January 19, 2010

Make Sure Jurors Tell You How Bad Your Client Is

“I think corporations have way too much power and they squash the little guy.”

Last week in a federal district courtroom in northwestern United States, Juror #4 shared some of the most transparent and scathing opinions of American corporations ever to bounce off a courtroom wall. Just as his cutting remarks were starting to gain steam, the judge cut him off mid-sentence and promptly dismissed him from the courtroom for cause. Jurors’ anti-corporate bias is nothing new. And it is no real surprise to encounter a juror who believes in corporate deception and conspiracy – after all, “Corporations are what’s wrong with this county.” The twist in this civil jury trial came from a slightly different place. The court heard Juror #4’s comments no sooner than the Defendant’s brief oral voir dire, and if not for defense counsel’s targeted voir dire question, would never have heard it at all.

The lesson is clear…

by: Dr. Kevin Boully

 

I think corporations have way too much power and they squash the little guy. 

 

Boully_Kevin_88_120 Last week in a federal district courtroom in northwestern United States, Juror #4 shared some of the most transparent and scathing opinions of American corporations ever to bounce off a courtroom wall.  Just as his cutting remarks were starting to gain steam, the judge cut him off mid-sentence and promptly dismissed him from the courtroom for cause.  Jurors’ anti-corporate bias is nothing new.  And it is no real surprise to encounter a juror who believes in corporate deception and conspiracy – after all, “Corporations are what’s wrong with this county.”  The twist in this civil jury trial came from a slightly different place.  The court heard Juror #4’s comments no sooner than the Defendant’s brief oral voir dire, and if not for defense counsel’s targeted voir dire question, would never have heard it at all.

 

The lesson is clear.  Once you’ve identified the highest risk attitudes and opinions for your case, do not refuse to ask jurors bluntly and openly about them for fear an honest response will poison your panel.  Ask the question.  Make sure jurors tell you the answer.  You need to know how bad it is.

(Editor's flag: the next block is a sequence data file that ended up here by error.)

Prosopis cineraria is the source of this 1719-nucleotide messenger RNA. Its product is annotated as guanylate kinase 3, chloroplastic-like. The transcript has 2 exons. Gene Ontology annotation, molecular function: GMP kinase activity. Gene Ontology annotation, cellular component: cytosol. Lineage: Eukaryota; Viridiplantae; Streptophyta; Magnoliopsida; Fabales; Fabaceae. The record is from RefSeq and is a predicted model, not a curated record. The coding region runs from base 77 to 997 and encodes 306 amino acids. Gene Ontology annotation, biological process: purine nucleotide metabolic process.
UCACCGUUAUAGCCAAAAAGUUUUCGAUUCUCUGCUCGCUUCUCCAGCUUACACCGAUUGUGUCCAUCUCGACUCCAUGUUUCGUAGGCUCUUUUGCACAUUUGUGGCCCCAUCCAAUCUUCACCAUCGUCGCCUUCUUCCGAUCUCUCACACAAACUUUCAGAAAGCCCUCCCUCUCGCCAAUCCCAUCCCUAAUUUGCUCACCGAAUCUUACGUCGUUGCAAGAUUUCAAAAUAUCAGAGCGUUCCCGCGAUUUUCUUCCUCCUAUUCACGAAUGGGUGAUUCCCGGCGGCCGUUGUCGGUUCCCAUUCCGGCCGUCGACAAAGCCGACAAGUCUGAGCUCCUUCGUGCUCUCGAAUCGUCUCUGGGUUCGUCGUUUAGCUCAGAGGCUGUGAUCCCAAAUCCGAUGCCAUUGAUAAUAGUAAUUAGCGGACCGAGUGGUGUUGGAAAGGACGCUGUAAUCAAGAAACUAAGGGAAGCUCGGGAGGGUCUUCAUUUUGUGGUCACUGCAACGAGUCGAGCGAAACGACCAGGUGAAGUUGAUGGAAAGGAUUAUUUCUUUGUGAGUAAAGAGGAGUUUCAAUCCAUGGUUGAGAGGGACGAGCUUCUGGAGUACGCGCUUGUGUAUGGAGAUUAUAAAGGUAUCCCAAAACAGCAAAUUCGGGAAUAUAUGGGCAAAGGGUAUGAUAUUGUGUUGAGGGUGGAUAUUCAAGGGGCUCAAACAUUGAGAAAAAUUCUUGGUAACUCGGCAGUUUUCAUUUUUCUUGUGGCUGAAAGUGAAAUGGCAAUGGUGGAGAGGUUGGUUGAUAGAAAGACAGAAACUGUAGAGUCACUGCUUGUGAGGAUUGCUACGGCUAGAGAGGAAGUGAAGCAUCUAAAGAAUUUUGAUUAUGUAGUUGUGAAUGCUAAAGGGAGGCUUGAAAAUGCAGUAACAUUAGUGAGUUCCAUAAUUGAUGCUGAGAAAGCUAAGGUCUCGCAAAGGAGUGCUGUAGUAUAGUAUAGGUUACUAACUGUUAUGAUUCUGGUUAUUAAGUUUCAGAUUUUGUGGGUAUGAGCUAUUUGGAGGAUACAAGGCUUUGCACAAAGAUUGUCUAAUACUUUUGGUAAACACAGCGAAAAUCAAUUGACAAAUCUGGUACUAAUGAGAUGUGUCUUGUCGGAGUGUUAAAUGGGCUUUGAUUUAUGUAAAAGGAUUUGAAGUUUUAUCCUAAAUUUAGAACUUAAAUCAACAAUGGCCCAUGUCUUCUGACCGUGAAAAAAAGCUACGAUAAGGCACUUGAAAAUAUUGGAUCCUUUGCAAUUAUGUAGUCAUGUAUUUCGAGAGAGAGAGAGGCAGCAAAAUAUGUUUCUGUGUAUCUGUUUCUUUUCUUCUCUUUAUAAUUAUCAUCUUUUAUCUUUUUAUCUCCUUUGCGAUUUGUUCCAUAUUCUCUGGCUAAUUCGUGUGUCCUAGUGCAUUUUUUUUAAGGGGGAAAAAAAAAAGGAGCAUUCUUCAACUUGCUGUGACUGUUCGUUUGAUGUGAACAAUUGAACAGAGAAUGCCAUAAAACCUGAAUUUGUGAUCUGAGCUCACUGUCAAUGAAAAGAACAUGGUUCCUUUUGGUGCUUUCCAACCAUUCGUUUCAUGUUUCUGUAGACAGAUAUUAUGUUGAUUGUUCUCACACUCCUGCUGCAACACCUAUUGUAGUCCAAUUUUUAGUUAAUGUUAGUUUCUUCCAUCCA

Mark Bennett's blog is a great resource for criminal defense attorneys, but his useful and entertaining article in this month’s issue of The Jury Expert includes 16 rules for jury selection, and one in particular that goes to the heart of this matter.  Bennett calls it “The Shrek Rule” of jury selection and Juror #4 aptly illustrates the reason for the rule.  According to Bennett, the rule maintains negative information about your case is better known than unknown – or “better out than in” as Shrek says shortly after heaving a good burp. 

 

While there were some subtle hints that Juror #4 may have been an anti-corporate juror, he never revealed any overt bias in the course of a thorough judicial voir dire that included specific questions about corporations as well as potential bias that might affect jurors’ decisions more generally.  He never said a peep in plaintiff’s voir dire, even though it offered at least one open opportunity to reveal his biases. 

 

And when the defense attorney stood up, and asked if there was any reason, any reason at all, that any juror might be biased or prejudiced against him or his client?  Juror #4:  No answer.  It was only after defense counsel asked a scripted question to elicit anti-corporate bias that Juror #4 finally came forth.  And this question was nearly passed over because of the good chance the probe had probably already been covered by the judge. 

 

If defense counsel never asked the question, we never would have gotten to hear the Judge sharply interrupt, “Juror #4, thank you for your honesty but why didn’t you say that when I asked you about it? 

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